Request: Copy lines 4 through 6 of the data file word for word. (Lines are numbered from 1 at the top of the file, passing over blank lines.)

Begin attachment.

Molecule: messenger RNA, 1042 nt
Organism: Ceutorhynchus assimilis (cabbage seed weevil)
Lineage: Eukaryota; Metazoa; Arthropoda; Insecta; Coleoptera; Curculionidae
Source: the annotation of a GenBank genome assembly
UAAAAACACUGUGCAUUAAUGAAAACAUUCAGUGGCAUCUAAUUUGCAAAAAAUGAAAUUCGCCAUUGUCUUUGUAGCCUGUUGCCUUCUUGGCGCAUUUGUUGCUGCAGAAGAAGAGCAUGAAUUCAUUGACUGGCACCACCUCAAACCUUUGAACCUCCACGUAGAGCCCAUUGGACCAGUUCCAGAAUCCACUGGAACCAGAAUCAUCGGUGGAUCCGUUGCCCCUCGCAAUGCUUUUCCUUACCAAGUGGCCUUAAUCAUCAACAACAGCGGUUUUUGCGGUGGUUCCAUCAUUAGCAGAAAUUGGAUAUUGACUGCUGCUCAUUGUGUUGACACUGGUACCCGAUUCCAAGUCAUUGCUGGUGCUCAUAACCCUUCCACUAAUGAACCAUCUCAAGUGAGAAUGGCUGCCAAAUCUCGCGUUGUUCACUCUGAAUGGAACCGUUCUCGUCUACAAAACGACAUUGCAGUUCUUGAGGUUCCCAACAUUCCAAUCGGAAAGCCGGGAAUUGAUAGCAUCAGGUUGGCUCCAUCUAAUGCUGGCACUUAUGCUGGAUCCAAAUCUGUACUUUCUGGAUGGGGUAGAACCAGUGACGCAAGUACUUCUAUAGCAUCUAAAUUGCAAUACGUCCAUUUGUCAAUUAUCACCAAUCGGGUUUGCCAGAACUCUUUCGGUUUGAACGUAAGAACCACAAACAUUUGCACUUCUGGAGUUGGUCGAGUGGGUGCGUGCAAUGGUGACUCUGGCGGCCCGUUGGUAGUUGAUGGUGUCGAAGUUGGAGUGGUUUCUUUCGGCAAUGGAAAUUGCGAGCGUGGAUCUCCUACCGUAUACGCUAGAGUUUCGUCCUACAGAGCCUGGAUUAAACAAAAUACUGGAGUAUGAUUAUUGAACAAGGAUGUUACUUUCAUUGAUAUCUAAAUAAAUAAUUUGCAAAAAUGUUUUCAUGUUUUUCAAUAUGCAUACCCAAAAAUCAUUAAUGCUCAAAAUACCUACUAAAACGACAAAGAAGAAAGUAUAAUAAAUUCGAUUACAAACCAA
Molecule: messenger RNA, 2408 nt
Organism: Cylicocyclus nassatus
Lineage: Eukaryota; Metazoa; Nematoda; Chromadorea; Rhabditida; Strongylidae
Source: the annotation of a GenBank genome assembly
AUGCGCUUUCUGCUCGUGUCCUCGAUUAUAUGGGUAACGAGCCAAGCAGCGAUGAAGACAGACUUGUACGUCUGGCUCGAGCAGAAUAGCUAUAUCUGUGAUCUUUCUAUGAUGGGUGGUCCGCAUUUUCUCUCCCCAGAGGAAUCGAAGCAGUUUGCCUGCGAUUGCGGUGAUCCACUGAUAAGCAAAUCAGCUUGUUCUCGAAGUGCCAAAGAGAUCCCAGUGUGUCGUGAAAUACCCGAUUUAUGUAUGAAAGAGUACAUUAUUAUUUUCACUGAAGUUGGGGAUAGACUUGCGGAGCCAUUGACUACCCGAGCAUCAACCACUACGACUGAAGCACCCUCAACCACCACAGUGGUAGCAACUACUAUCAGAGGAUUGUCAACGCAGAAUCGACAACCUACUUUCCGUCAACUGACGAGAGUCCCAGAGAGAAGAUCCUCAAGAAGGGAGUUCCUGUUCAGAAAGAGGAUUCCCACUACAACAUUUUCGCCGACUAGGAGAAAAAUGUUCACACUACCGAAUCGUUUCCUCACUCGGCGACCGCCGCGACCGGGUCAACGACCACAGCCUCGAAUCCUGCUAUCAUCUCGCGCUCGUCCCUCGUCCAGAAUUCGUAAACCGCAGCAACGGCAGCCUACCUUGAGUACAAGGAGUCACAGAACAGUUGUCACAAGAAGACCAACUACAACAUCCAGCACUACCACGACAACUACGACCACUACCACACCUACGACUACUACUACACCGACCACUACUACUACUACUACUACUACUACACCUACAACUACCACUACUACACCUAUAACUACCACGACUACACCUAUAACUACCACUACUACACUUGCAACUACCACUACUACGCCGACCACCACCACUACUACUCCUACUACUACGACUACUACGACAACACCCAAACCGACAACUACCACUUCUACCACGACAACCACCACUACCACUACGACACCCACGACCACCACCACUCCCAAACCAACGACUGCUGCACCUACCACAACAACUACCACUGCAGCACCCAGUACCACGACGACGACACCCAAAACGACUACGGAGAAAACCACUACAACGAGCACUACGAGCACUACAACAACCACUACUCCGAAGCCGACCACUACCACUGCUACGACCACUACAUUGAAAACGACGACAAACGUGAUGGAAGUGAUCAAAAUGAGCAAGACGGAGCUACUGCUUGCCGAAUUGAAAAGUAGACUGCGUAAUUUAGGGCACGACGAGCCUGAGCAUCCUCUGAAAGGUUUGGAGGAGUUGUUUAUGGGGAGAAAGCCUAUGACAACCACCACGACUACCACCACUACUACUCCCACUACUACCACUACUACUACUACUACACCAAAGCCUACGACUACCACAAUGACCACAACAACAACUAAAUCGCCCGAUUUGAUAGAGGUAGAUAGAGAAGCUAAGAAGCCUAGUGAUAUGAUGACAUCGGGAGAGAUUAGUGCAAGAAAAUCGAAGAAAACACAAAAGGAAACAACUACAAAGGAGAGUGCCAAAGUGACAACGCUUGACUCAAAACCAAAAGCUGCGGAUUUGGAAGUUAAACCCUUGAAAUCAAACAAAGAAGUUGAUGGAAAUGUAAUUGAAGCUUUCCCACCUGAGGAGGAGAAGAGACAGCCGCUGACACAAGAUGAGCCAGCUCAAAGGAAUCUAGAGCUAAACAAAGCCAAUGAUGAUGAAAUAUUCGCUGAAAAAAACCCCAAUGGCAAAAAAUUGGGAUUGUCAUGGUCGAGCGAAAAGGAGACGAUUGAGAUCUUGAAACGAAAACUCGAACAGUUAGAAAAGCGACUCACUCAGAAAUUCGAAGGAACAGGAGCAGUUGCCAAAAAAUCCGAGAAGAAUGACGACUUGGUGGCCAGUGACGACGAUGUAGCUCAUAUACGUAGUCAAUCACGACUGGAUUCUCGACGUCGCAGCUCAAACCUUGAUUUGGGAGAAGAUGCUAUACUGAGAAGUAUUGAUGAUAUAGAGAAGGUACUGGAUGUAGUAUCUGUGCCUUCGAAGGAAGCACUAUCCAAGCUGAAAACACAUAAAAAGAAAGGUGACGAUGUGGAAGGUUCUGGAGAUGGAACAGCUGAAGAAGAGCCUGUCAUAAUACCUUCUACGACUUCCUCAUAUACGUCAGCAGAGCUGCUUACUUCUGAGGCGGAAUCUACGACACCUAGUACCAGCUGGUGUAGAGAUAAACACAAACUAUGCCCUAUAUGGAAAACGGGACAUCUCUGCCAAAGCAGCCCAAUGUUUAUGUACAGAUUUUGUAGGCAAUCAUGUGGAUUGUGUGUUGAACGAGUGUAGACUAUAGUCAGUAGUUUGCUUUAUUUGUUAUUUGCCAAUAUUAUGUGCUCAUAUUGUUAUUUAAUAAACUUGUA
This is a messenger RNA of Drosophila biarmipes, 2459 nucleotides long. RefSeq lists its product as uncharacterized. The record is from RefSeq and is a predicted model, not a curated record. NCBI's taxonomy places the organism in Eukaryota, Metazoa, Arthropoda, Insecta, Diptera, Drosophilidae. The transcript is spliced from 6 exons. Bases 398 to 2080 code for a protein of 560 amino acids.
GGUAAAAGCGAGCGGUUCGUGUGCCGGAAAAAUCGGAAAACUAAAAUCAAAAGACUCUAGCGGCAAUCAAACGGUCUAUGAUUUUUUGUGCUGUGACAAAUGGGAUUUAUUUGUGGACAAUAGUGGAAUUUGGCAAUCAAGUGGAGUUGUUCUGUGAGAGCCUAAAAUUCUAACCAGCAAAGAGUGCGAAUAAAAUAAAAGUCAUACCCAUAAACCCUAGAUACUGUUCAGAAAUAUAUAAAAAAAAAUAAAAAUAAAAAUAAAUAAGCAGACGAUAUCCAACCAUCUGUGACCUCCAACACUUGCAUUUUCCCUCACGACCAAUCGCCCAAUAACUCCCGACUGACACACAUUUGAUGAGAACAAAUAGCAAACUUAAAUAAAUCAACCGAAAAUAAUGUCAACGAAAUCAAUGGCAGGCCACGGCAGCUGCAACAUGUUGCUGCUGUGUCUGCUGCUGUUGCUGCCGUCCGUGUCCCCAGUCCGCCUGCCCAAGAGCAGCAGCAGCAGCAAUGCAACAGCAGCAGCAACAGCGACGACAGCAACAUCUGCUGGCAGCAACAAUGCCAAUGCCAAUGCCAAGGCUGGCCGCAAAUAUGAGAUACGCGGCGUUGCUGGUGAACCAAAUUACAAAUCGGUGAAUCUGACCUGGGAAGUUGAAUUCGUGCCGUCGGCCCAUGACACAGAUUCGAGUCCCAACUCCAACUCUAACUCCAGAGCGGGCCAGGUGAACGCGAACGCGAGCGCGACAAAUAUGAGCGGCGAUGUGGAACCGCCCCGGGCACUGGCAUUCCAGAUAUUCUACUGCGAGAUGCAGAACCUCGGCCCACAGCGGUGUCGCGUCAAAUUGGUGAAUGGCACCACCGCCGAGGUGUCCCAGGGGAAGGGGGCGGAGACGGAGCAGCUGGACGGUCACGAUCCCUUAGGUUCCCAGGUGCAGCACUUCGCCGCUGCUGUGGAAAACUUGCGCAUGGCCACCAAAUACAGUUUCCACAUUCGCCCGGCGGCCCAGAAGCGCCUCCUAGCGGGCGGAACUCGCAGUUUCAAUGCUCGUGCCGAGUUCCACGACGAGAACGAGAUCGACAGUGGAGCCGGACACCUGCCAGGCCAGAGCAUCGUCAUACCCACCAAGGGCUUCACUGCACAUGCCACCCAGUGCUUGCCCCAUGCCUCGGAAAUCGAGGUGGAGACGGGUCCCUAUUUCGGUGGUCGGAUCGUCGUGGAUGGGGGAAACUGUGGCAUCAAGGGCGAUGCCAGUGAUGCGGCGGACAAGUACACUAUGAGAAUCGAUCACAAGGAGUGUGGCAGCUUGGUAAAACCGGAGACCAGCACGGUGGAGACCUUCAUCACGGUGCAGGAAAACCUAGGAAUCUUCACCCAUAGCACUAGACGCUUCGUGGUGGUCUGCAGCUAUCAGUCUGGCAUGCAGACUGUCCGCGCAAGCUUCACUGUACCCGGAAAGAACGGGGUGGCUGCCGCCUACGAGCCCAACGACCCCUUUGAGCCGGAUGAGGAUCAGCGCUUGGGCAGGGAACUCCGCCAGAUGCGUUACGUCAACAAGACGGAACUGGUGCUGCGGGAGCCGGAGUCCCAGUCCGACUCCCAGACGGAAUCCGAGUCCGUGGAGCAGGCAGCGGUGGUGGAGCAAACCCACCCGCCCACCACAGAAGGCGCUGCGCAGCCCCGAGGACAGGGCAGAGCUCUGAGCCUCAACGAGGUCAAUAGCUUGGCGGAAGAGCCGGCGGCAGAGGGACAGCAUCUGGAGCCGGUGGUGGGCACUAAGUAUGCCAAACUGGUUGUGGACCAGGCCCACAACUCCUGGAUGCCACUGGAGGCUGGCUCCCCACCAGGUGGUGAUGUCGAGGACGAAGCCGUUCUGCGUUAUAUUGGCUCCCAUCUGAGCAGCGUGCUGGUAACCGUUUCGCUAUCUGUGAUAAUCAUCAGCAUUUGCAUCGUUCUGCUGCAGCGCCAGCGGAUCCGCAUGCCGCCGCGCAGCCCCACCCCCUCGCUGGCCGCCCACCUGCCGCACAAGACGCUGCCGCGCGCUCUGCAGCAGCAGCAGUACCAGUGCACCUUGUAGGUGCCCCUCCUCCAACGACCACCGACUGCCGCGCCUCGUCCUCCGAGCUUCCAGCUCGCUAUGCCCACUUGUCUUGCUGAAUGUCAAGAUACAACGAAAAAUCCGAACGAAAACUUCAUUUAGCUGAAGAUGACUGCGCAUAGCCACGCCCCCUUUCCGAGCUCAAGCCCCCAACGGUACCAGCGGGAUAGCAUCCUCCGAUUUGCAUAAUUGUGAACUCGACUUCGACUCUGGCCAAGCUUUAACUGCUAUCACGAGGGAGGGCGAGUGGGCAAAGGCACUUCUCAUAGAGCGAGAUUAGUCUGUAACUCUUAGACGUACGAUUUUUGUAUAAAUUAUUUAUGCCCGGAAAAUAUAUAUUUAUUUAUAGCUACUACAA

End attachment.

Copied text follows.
Source: the annotation of a GenBank genome assembly
UAAAAACACUGUGCAUUAAUGAAAACAUUCAGUGGCAUCUAAUUUGCAAAAAAUGAAAUUCGCCAUUGUCUUUGUAGCCUGUUGCCUUCUUGGCGCAUUUGUUGCUGCAGAAGAAGAGCAUGAAUUCAUUGACUGGCACCACCUCAAACCUUUGAACCUCCACGUAGAGCCCAUUGGACCAGUUCCAGAAUCCACUGGAACCAGAAUCAUCGGUGGAUCCGUUGCCCCUCGCAAUGCUUUUCCUUACCAAGUGGCCUUAAUCAUCAACAACAGCGGUUUUUGCGGUGGUUCCAUCAUUAGCAGAAAUUGGAUAUUGACUGCUGCUCAUUGUGUUGACACUGGUACCCGAUUCCAAGUCAUUGCUGGUGCUCAUAACCCUUCCACUAAUGAACCAUCUCAAGUGAGAAUGGCUGCCAAAUCUCGCGUUGUUCACUCUGAAUGGAACCGUUCUCGUCUACAAAACGACAUUGCAGUUCUUGAGGUUCCCAACAUUCCAAUCGGAAAGCCGGGAAUUGAUAGCAUCAGGUUGGCUCCAUCUAAUGCUGGCACUUAUGCUGGAUCCAAAUCUGUACUUUCUGGAUGGGGUAGAACCAGUGACGCAAGUACUUCUAUAGCAUCUAAAUUGCAAUACGUCCAUUUGUCAAUUAUCACCAAUCGGGUUUGCCAGAACUCUUUCGGUUUGAACGUAAGAACCACAAACAUUUGCACUUCUGGAGUUGGUCGAGUGGGUGCGUGCAAUGGUGACUCUGGCGGCCCGUUGGUAGUUGAUGGUGUCGAAGUUGGAGUGGUUUCUUUCGGCAAUGGAAAUUGCGAGCGUGGAUCUCCUACCGUAUACGCUAGAGUUUCGUCCUACAGAGCCUGGAUUAAACAAAAUACUGGAGUAUGAUUAUUGAACAAGGAUGUUACUUUCAUUGAUAUCUAAAUAAAUAAUUUGCAAAAAUGUUUUCAUGUUUUUCAAUAUGCAUACCCAAAAAUCAUUAAUGCUCAAAAUACCUACUAAAACGACAAAGAAGAAAGUAUAAUAAAUUCGAUUACAAACCAA
Molecule: messenger RNA, 2408 nt